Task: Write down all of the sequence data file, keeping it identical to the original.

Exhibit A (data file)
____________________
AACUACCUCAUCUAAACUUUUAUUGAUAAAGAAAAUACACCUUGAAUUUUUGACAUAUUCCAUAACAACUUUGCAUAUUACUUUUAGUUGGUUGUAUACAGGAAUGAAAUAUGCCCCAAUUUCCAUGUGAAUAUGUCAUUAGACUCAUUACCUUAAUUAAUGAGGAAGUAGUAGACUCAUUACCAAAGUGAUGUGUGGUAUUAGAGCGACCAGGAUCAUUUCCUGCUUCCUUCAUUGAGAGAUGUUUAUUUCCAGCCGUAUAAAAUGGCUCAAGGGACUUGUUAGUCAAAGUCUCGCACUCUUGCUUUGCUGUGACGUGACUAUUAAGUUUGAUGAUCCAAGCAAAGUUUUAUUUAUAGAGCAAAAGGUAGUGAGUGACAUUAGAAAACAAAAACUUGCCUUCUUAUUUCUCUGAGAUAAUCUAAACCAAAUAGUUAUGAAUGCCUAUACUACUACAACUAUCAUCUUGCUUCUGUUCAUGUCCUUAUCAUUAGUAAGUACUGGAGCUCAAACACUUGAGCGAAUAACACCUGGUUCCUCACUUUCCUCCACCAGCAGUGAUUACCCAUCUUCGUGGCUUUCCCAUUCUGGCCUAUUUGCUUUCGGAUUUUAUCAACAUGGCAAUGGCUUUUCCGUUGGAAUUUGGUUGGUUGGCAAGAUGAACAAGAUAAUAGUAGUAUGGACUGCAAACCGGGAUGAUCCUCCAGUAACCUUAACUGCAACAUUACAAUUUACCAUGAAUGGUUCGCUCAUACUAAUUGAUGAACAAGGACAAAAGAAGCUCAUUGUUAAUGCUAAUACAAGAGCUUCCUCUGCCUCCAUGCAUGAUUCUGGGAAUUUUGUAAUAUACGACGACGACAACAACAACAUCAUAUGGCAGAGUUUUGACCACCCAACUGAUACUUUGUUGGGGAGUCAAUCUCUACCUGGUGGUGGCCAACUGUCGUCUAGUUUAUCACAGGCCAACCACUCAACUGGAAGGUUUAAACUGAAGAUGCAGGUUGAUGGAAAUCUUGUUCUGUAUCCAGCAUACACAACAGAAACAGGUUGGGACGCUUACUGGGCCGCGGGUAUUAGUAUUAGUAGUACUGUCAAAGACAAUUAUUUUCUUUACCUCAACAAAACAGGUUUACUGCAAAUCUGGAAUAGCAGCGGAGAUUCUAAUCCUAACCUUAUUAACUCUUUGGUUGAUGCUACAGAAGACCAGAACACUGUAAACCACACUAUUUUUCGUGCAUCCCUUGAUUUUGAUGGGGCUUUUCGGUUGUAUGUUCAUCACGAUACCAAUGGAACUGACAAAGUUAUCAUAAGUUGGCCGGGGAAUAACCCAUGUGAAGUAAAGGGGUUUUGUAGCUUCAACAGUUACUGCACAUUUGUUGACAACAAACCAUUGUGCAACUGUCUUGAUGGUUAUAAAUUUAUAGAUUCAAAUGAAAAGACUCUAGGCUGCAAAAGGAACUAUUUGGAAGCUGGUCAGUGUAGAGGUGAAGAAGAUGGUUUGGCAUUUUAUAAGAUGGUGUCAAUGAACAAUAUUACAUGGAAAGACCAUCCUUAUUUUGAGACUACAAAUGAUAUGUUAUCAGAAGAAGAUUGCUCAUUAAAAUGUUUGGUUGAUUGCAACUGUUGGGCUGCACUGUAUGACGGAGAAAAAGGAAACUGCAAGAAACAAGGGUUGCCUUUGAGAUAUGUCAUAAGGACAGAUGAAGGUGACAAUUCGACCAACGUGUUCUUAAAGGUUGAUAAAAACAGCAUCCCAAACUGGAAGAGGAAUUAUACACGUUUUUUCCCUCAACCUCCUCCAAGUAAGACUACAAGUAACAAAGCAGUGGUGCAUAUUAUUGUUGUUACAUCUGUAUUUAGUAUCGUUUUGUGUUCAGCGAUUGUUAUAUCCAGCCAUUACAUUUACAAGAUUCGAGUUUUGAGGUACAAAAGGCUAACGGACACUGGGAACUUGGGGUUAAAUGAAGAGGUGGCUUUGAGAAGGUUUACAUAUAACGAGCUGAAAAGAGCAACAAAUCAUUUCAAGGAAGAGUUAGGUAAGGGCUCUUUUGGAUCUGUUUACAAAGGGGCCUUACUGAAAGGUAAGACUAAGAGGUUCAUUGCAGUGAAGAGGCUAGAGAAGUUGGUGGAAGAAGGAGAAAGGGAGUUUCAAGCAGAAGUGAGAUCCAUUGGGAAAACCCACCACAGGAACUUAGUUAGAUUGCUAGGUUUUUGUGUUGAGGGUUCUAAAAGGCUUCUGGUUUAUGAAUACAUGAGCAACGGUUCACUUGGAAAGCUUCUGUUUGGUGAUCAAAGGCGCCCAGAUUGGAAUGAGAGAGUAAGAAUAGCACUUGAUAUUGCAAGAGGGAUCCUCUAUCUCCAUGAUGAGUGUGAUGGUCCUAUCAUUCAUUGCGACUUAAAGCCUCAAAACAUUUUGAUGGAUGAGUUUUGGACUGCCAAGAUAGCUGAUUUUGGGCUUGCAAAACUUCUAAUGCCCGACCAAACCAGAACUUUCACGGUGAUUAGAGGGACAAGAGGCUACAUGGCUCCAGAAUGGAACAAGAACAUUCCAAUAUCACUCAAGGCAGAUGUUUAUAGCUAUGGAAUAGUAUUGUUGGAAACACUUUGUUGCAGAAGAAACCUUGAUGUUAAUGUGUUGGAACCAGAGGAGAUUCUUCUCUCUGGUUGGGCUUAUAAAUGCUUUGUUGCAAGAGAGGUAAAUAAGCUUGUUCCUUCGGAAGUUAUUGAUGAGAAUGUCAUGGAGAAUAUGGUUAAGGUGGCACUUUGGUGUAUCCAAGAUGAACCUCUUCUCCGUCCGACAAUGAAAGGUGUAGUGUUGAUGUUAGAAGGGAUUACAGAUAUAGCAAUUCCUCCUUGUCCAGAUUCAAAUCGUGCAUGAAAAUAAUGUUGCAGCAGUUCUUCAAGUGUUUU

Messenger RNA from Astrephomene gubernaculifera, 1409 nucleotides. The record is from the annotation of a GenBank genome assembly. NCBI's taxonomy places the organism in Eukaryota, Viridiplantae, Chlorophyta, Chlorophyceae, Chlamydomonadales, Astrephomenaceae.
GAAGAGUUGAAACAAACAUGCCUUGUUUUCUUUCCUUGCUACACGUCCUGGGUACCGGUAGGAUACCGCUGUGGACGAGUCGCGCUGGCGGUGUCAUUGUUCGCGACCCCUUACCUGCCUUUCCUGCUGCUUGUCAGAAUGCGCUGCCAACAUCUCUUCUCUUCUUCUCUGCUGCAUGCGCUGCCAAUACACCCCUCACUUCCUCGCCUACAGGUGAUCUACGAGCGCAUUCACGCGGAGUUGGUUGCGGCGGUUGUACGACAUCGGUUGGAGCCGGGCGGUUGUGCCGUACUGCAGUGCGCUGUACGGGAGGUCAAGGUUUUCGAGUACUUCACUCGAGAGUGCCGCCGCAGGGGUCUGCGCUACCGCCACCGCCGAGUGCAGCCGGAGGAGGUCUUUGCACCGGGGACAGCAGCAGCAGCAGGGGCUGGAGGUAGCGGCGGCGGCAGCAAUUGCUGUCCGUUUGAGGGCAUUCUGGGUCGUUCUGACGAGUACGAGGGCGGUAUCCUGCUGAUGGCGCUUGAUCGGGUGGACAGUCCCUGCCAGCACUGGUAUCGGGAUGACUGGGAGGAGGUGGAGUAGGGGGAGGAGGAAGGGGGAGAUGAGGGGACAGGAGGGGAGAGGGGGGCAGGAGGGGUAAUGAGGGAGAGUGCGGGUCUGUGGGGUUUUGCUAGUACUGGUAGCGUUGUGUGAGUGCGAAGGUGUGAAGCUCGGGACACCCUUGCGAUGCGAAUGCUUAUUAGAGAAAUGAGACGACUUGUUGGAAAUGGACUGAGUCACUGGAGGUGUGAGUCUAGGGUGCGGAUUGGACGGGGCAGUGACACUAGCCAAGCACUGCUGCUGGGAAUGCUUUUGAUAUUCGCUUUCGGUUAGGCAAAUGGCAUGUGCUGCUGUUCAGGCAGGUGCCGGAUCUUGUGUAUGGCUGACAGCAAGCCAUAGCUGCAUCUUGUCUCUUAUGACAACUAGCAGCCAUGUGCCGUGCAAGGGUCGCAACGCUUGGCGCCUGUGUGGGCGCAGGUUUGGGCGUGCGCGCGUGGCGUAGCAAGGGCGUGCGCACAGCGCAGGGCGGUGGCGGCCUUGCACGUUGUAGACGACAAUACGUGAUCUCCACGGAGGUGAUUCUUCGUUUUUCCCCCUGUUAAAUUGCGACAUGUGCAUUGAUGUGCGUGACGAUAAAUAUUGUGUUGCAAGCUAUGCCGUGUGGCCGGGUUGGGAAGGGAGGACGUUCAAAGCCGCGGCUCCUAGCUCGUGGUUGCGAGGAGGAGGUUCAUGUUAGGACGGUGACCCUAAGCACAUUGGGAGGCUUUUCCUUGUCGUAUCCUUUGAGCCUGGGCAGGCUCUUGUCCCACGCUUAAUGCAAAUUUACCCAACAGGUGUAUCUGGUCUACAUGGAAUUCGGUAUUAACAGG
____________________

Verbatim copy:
AACUACCUCAUCUAAACUUUUAUUGAUAAAGAAAAUACACCUUGAAUUUUUGACAUAUUCCAUAACAACUUUGCAUAUUACUUUUAGUUGGUUGUAUACAGGAAUGAAAUAUGCCCCAAUUUCCAUGUGAAUAUGUCAUUAGACUCAUUACCUUAAUUAAUGAGGAAGUAGUAGACUCAUUACCAAAGUGAUGUGUGGUAUUAGAGCGACCAGGAUCAUUUCCUGCUUCCUUCAUUGAGAGAUGUUUAUUUCCAGCCGUAUAAAAUGGCUCAAGGGACUUGUUAGUCAAAGUCUCGCACUCUUGCUUUGCUGUGACGUGACUAUUAAGUUUGAUGAUCCAAGCAAAGUUUUAUUUAUAGAGCAAAAGGUAGUGAGUGACAUUAGAAAACAAAAACUUGCCUUCUUAUUUCUCUGAGAUAAUCUAAACCAAAUAGUUAUGAAUGCCUAUACUACUACAACUAUCAUCUUGCUUCUGUUCAUGUCCUUAUCAUUAGUAAGUACUGGAGCUCAAACACUUGAGCGAAUAACACCUGGUUCCUCACUUUCCUCCACCAGCAGUGAUUACCCAUCUUCGUGGCUUUCCCAUUCUGGCCUAUUUGCUUUCGGAUUUUAUCAACAUGGCAAUGGCUUUUCCGUUGGAAUUUGGUUGGUUGGCAAGAUGAACAAGAUAAUAGUAGUAUGGACUGCAAACCGGGAUGAUCCUCCAGUAACCUUAACUGCAACAUUACAAUUUACCAUGAAUGGUUCGCUCAUACUAAUUGAUGAACAAGGACAAAAGAAGCUCAUUGUUAAUGCUAAUACAAGAGCUUCCUCUGCCUCCAUGCAUGAUUCUGGGAAUUUUGUAAUAUACGACGACGACAACAACAACAUCAUAUGGCAGAGUUUUGACCACCCAACUGAUACUUUGUUGGGGAGUCAAUCUCUACCUGGUGGUGGCCAACUGUCGUCUAGUUUAUCACAGGCCAACCACUCAACUGGAAGGUUUAAACUGAAGAUGCAGGUUGAUGGAAAUCUUGUUCUGUAUCCAGCAUACACAACAGAAACAGGUUGGGACGCUUACUGGGCCGCGGGUAUUAGUAUUAGUAGUACUGUCAAAGACAAUUAUUUUCUUUACCUCAACAAAACAGGUUUACUGCAAAUCUGGAAUAGCAGCGGAGAUUCUAAUCCUAACCUUAUUAACUCUUUGGUUGAUGCUACAGAAGACCAGAACACUGUAAACCACACUAUUUUUCGUGCAUCCCUUGAUUUUGAUGGGGCUUUUCGGUUGUAUGUUCAUCACGAUACCAAUGGAACUGACAAAGUUAUCAUAAGUUGGCCGGGGAAUAACCCAUGUGAAGUAAAGGGGUUUUGUAGCUUCAACAGUUACUGCACAUUUGUUGACAACAAACCAUUGUGCAACUGUCUUGAUGGUUAUAAAUUUAUAGAUUCAAAUGAAAAGACUCUAGGCUGCAAAAGGAACUAUUUGGAAGCUGGUCAGUGUAGAGGUGAAGAAGAUGGUUUGGCAUUUUAUAAGAUGGUGUCAAUGAACAAUAUUACAUGGAAAGACCAUCCUUAUUUUGAGACUACAAAUGAUAUGUUAUCAGAAGAAGAUUGCUCAUUAAAAUGUUUGGUUGAUUGCAACUGUUGGGCUGCACUGUAUGACGGAGAAAAAGGAAACUGCAAGAAACAAGGGUUGCCUUUGAGAUAUGUCAUAAGGACAGAUGAAGGUGACAAUUCGACCAACGUGUUCUUAAAGGUUGAUAAAAACAGCAUCCCAAACUGGAAGAGGAAUUAUACACGUUUUUUCCCUCAACCUCCUCCAAGUAAGACUACAAGUAACAAAGCAGUGGUGCAUAUUAUUGUUGUUACAUCUGUAUUUAGUAUCGUUUUGUGUUCAGCGAUUGUUAUAUCCAGCCAUUACAUUUACAAGAUUCGAGUUUUGAGGUACAAAAGGCUAACGGACACUGGGAACUUGGGGUUAAAUGAAGAGGUGGCUUUGAGAAGGUUUACAUAUAACGAGCUGAAAAGAGCAACAAAUCAUUUCAAGGAAGAGUUAGGUAAGGGCUCUUUUGGAUCUGUUUACAAAGGGGCCUUACUGAAAGGUAAGACUAAGAGGUUCAUUGCAGUGAAGAGGCUAGAGAAGUUGGUGGAAGAAGGAGAAAGGGAGUUUCAAGCAGAAGUGAGAUCCAUUGGGAAAACCCACCACAGGAACUUAGUUAGAUUGCUAGGUUUUUGUGUUGAGGGUUCUAAAAGGCUUCUGGUUUAUGAAUACAUGAGCAACGGUUCACUUGGAAAGCUUCUGUUUGGUGAUCAAAGGCGCCCAGAUUGGAAUGAGAGAGUAAGAAUAGCACUUGAUAUUGCAAGAGGGAUCCUCUAUCUCCAUGAUGAGUGUGAUGGUCCUAUCAUUCAUUGCGACUUAAAGCCUCAAAACAUUUUGAUGGAUGAGUUUUGGACUGCCAAGAUAGCUGAUUUUGGGCUUGCAAAACUUCUAAUGCCCGACCAAACCAGAACUUUCACGGUGAUUAGAGGGACAAGAGGCUACAUGGCUCCAGAAUGGAACAAGAACAUUCCAAUAUCACUCAAGGCAGAUGUUUAUAGCUAUGGAAUAGUAUUGUUGGAAACACUUUGUUGCAGAAGAAACCUUGAUGUUAAUGUGUUGGAACCAGAGGAGAUUCUUCUCUCUGGUUGGGCUUAUAAAUGCUUUGUUGCAAGAGAGGUAAAUAAGCUUGUUCCUUCGGAAGUUAUUGAUGAGAAUGUCAUGGAGAAUAUGGUUAAGGUGGCACUUUGGUGUAUCCAAGAUGAACCUCUUCUCCGUCCGACAAUGAAAGGUGUAGUGUUGAUGUUAGAAGGGAUUACAGAUAUAGCAAUUCCUCCUUGUCCAGAUUCAAAUCGUGCAUGAAAAUAAUGUUGCAGCAGUUCUUCAAGUGUUUU

Messenger RNA from Astrephomene gubernaculifera, 1409 nucleotides. The record is from the annotation of a GenBank genome assembly. NCBI's taxonomy places the organism in Eukaryota, Viridiplantae, Chlorophyta, Chlorophyceae, Chlamydomonadales, Astrephomenaceae.
GAAGAGUUGAAACAAACAUGCCUUGUUUUCUUUCCUUGCUACACGUCCUGGGUACCGGUAGGAUACCGCUGUGGACGAGUCGCGCUGGCGGUGUCAUUGUUCGCGACCCCUUACCUGCCUUUCCUGCUGCUUGUCAGAAUGCGCUGCCAACAUCUCUUCUCUUCUUCUCUGCUGCAUGCGCUGCCAAUACACCCCUCACUUCCUCGCCUACAGGUGAUCUACGAGCGCAUUCACGCGGAGUUGGUUGCGGCGGUUGUACGACAUCGGUUGGAGCCGGGCGGUUGUGCCGUACUGCAGUGCGCUGUACGGGAGGUCAAGGUUUUCGAGUACUUCACUCGAGAGUGCCGCCGCAGGGGUCUGCGCUACCGCCACCGCCGAGUGCAGCCGGAGGAGGUCUUUGCACCGGGGACAGCAGCAGCAGCAGGGGCUGGAGGUAGCGGCGGCGGCAGCAAUUGCUGUCCGUUUGAGGGCAUUCUGGGUCGUUCUGACGAGUACGAGGGCGGUAUCCUGCUGAUGGCGCUUGAUCGGGUGGACAGUCCCUGCCAGCACUGGUAUCGGGAUGACUGGGAGGAGGUGGAGUAGGGGGAGGAGGAAGGGGGAGAUGAGGGGACAGGAGGGGAGAGGGGGGCAGGAGGGGUAAUGAGGGAGAGUGCGGGUCUGUGGGGUUUUGCUAGUACUGGUAGCGUUGUGUGAGUGCGAAGGUGUGAAGCUCGGGACACCCUUGCGAUGCGAAUGCUUAUUAGAGAAAUGAGACGACUUGUUGGAAAUGGACUGAGUCACUGGAGGUGUGAGUCUAGGGUGCGGAUUGGACGGGGCAGUGACACUAGCCAAGCACUGCUGCUGGGAAUGCUUUUGAUAUUCGCUUUCGGUUAGGCAAAUGGCAUGUGCUGCUGUUCAGGCAGGUGCCGGAUCUUGUGUAUGGCUGACAGCAAGCCAUAGCUGCAUCUUGUCUCUUAUGACAACUAGCAGCCAUGUGCCGUGCAAGGGUCGCAACGCUUGGCGCCUGUGUGGGCGCAGGUUUGGGCGUGCGCGCGUGGCGUAGCAAGGGCGUGCGCACAGCGCAGGGCGGUGGCGGCCUUGCACGUUGUAGACGACAAUACGUGAUCUCCACGGAGGUGAUUCUUCGUUUUUCCCCCUGUUAAAUUGCGACAUGUGCAUUGAUGUGCGUGACGAUAAAUAUUGUGUUGCAAGCUAUGCCGUGUGGCCGGGUUGGGAAGGGAGGACGUUCAAAGCCGCGGCUCCUAGCUCGUGGUUGCGAGGAGGAGGUUCAUGUUAGGACGGUGACCCUAAGCACAUUGGGAGGCUUUUCCUUGUCGUAUCCUUUGAGCCUGGGCAGGCUCUUGUCCCACGCUUAAUGCAAAUUUACCCAACAGGUGUAUCUGGUCUACAUGGAAUUCGGUAUUAACAGG